Wednesday, April 28, 2010

Predestined - To Become Like Jesus (Romans 8:29-30)

In our studies of Romans 8:28 we have discovered that all of the negative things (all of the suffering) that would cause us to throw away our confidence, to lose faith, to quit trusting God, or to apostatize – these negative things or sufferings that we endure because of our faith – God is causing them to work for us and not against us. Every time we suffer for the sake of our faith in Christ, God causes that suffering to strengthen our faith, our character, and our godliness.

We also discovered that God isn’t doing this for everyone but only for those who love God and those who are called according to His purpose. We know that no man loves God in and of himself and the only reason any man loves God is because God first loved him. The only way to love God is to experience His love for you through the Gospel. This is why one of the biblical assurances of salvation is that we have come to know and have believed the love which God has for us (1 John 4:16).

The called are those chosen by God for salvation. Just as no man loves God unless God first loved him so no man chooses God unless God first chose him. This removes salvation from man’s doing and shows it to be a sovereign work of God. Because of this truth we know that salvation is not of works but by grace through faith (Ephesians 2:8-9).

Many balk at this biblical truth because they can’t understand what part human responsibility plays if salvation is all of God. They forget however the reason men that have not been chosen by God remain in their unbelief is because they will not believe. They cannot believe because they will not believe because their wills are in bondage to sin and they love their sin. This is exactly what the Lord Jesus said in several places. First, “This is the judgment, that the Light has come into the world, and men loved darkness rather than Light, for their deeds were evil” (John 3:19). And then, “You search the Scriptures because you think that in them you have eternal life; it is these that testify about Me; and you are unwilling to come to Me so that you may have life” (John 5:39-40).

Therefore salvation is for everyone who believes or whosoever believes. All who are willing to believe are willing only because God chose them and called them and granted that they may come to Jesus.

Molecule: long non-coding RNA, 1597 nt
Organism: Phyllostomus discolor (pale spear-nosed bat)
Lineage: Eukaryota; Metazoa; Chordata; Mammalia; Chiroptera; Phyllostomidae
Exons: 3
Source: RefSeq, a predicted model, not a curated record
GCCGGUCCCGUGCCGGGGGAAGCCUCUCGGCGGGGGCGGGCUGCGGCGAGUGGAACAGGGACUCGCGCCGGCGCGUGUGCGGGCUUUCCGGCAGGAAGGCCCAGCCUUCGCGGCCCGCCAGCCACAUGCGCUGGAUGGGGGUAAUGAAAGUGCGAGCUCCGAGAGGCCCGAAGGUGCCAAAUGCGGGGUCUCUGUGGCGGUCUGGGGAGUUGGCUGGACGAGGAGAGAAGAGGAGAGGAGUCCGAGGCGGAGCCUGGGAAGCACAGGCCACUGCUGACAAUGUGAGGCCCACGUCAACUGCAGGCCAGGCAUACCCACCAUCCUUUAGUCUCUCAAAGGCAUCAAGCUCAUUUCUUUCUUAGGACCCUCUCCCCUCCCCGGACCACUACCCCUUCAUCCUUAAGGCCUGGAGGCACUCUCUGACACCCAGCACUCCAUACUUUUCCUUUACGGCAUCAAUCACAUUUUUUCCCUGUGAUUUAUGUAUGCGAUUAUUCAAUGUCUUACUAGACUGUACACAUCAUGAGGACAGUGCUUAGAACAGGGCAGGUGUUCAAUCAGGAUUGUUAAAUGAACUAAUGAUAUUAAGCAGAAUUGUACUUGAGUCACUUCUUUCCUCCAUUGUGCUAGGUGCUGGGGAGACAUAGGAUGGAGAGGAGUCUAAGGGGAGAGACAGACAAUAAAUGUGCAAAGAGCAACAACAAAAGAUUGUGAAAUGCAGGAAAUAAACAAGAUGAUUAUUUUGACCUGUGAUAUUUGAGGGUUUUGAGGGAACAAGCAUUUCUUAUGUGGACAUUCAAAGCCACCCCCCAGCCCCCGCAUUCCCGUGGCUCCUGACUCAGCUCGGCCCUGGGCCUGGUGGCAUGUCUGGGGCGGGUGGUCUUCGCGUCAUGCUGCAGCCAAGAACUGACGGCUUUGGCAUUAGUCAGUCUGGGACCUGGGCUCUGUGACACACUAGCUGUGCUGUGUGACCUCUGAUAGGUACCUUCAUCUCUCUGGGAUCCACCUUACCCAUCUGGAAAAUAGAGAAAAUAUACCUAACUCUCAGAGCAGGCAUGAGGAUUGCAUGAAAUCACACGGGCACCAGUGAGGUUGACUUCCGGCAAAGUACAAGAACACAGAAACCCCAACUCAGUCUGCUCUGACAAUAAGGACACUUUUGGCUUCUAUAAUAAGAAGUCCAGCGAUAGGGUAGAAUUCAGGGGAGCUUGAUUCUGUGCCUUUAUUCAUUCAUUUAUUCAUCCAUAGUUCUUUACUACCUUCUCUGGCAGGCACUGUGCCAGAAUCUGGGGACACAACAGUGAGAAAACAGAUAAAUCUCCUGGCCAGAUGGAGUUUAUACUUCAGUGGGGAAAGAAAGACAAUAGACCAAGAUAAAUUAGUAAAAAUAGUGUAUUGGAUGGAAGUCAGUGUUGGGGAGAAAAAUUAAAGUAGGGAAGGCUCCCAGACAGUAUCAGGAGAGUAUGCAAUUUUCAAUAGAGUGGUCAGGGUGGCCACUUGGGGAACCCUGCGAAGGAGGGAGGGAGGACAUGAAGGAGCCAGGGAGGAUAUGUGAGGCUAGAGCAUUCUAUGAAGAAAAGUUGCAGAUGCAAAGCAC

This brings us to our text, Romans 8:29. All that are willing to believe are those whom God has foreknown. The word “foreknew” means “to know beforehand.” This does not mean that God knew beforehand that you would believe and therefore He elected you to salvation. If that is the case then our election to salvation is conditioned on something good that God saw in us. Was that the prognosis? No! “There is none who does good, there is not even one” (Romans 3:12). Election to salvation is unconditional. There is absolutely no cause in us to merit salvation. This is why we read, “Being justified as a gift by His grace through the redemption which is in Christ Jesus” (Romans 3:24). The word “gift” means “gratuitously or without a cause.”
So the word “foreknew”, then, means that God knew beforehand those whom He would justify as a gift by His grace. If you believe that salvation is by grace through faith and not of works so that no man may boast then of necessity you will also believe in unconditional election. The only alternative is to believe that God’s gift of salvation is conditioned upon some cause rather than no cause and then you would have merited grace and grace that is merited is not grace. A merited gift is not a gift. “But if it is by grace, it is no longer on the basis of works, otherwise grace is no longer grace” (Romans 11:6).

Those whom God foreknew, He also predestined to become conformed to the image of His Son. The word “predestined” means to “predetermine or preordain.” God has predetermined or preordained that believers would be conformed to the image of His Son. This means that all the suffering that believers endure for the sake of righteousness is being used by God to cause them to look more like Jesus. What did Jesus look like? This isn’t talking about having long hair, a beard, or any other physical feature that the Lord may have had. This is talking about reflecting His image in and through our experiences. He suffered and yet kept entrusting Himself to Him who judges righteously (1 Peter 2:21-23). This means that we are called to suffer and to do so by following in the steps of Jesus.

So God has predestined our suffering with Christ so that we may be glorified with Him. The wonderful truth of it all is that God is causing all our suffering for the sake of righteousness to work for us and not against us and is using it to make us more like Christ.

God’s ultimate goal or primary cause in the salvation of the elect is to glorify His Son through whom the grace and glory of God will be praised – “so that He would be the firstborn among many brethren.” The firstborn has the preeminence and the glory.

God is conforming us to the image of His Son through what we suffer so that when others see how we bear up under suffering, maintaining our faith and trust in God, they see what Jesus looked like. This gives Christ the preeminence and glory and shows Him to be a glorious Savior worth suffering for – “For you have been called for this purpose, since Christ also suffered for you, leaving an example for you to follow in His steps” (1 Peter 2:21).

Our suffering glorifies Christ; conforms us to His image; and benefits others.

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